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Task-shifting to improve asthma education for Malawian children: a qualitative analysis

Nkhalamba, Lovemore, Rylance, Sarah, Muula, Adamson S, Mortimer, Kevin ORCID: and Limbani, Felix (2021) 'Task-shifting to improve asthma education for Malawian children: a qualitative analysis'. Human resources for health, Vol 19, p. 28.

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Asthma education, a key component of long-term asthma management, is challenging in resource-limited settings with shortages of clinical staff. Task-shifting educational roles to lay (non-clinical) staff is a potential solution. We conducted a randomised controlled trial of an enhanced asthma care intervention for children in Malawi, which included reallocation of asthma education tasks to lay-educators. In this qualitative sub-study, we explored the experiences of asthmatic children, their families and lay-educators, to assess the acceptability, facilitators and barriers, and perceived value of the task-shifting asthma education intervention.

We conducted six focus group discussions, including 15 children and 28 carers, and individual interviews with four lay-educators and a senior nurse. Translated transcripts were coded independently by three researchers and key themes identified.

Prior to the intervention, participants reported challenges in asthma care including the busy and sometimes hostile clinical environment, lack of access to information and the erratic supply of medication. The education sessions were well received: participants reported greater understanding of asthma and their treatment and confidence to manage symptoms. The lay-educators appreciated pre-intervention training, written guidelines, and access to clinical support. Low education levels among carers presented challenges, requiring an open, non-critical and individualised approach.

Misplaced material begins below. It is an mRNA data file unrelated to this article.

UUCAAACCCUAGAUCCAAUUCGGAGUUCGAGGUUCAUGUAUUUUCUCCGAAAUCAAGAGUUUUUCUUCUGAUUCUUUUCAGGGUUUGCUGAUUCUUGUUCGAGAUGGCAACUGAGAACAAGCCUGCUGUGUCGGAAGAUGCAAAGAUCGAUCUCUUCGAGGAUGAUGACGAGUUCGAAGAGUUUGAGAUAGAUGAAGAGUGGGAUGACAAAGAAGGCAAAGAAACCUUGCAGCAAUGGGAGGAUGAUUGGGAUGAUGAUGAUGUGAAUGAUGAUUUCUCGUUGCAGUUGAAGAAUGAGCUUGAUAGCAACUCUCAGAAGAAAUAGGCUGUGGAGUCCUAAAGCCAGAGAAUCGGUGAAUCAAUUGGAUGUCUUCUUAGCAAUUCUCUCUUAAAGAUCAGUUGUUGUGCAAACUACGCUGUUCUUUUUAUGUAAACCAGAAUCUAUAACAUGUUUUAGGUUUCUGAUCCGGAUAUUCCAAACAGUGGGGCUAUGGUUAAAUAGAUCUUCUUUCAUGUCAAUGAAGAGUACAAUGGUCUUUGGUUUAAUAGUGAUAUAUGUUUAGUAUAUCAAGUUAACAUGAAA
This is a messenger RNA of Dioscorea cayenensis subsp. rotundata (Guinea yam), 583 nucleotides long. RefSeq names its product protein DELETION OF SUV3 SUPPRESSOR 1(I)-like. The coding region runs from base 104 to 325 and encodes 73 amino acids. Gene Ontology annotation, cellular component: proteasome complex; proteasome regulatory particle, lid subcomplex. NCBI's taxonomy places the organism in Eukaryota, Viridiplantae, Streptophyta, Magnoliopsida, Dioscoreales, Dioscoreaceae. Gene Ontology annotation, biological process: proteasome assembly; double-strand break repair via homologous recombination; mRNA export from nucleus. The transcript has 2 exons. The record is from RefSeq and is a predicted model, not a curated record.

Asthma education can be successfully delivered by lay-educators with adequate training, supervision and support, with benefits to the patients, their families and the community. Wider implementation could help address human resource shortages and support progress towards Universal Health Coverage. Trial registration The RCT was registered in the Pan African Clinical Trials Registry: PACTR201807211617031.

Item Type: Article
Subjects: WA Public Health > WA 18 Education
WA Public Health > Health Problems of Special Population Groups > WA 320 Child Welfare. Child Health Services.
WA Public Health > Health Problems of Special Population Groups > WA 395 Health in developing countries
WF Respiratory System > Lungs > WF 600 Lungs
WS Pediatrics > Diseases of Children and Adolescents > By System > WS 280 Respiratory system
Faculty: Department: Clinical Sciences & International Health > Clinical Sciences Department
Clinical Sciences & International Health > Malawi-Liverpool-Wellcome Programme (MLW)
Digital Object Identifer (DOI):
Depositing User: Julie Franco
Date Deposited: 09 Mar 2021 13:53
Last Modified: 09 Mar 2021 13:53


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